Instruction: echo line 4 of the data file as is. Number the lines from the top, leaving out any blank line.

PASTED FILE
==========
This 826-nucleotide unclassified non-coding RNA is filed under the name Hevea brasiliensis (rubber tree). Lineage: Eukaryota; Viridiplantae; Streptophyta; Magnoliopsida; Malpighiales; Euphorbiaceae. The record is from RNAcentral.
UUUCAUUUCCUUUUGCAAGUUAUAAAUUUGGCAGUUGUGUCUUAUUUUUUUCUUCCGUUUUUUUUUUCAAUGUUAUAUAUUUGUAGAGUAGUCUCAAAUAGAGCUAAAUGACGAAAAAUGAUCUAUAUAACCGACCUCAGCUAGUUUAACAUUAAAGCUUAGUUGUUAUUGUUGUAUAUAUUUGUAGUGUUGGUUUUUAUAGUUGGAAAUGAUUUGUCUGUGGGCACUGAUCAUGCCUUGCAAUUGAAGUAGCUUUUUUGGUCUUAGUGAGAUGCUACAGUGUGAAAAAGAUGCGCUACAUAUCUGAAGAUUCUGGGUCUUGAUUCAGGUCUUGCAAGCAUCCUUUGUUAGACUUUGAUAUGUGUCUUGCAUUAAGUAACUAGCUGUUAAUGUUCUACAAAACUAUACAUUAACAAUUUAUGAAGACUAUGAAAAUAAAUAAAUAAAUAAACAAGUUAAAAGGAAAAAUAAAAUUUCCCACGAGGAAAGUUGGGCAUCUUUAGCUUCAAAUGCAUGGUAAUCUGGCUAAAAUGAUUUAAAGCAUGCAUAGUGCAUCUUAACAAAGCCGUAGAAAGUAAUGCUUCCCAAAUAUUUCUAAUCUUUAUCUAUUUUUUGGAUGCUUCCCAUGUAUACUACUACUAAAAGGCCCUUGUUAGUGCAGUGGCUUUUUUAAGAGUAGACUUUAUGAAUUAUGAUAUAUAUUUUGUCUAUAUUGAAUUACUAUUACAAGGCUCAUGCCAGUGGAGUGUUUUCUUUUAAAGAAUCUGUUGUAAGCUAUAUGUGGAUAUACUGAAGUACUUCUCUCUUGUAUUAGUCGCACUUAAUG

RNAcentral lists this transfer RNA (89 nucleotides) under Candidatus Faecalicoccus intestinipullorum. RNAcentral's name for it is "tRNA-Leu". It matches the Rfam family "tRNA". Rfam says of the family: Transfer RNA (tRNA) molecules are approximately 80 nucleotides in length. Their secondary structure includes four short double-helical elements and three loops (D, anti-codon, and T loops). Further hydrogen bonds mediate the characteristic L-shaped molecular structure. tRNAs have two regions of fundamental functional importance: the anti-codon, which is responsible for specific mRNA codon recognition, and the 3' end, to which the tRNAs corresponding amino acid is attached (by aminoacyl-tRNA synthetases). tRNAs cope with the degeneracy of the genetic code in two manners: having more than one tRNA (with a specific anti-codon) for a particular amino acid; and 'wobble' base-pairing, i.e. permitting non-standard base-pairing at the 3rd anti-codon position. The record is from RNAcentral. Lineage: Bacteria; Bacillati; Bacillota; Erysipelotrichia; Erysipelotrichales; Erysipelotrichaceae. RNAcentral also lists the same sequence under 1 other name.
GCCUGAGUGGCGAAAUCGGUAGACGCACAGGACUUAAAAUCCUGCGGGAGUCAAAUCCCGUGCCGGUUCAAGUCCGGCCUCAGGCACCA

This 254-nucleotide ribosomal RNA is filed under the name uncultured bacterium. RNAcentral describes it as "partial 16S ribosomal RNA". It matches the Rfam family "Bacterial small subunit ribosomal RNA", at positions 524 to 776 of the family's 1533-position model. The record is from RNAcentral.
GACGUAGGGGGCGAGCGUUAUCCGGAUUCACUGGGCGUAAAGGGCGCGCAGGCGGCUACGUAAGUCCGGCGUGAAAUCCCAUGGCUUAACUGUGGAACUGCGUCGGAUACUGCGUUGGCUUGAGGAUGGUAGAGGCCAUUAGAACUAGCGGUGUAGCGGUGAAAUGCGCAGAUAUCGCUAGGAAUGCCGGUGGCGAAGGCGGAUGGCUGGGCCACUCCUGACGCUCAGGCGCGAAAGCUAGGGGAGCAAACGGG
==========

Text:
GCCUGAGUGGCGAAAUCGGUAGACGCACAGGACUUAAAAUCCUGCGGGAGUCAAAUCCCGUGCCGGUUCAAGUCCGGCCUCAGGCACCA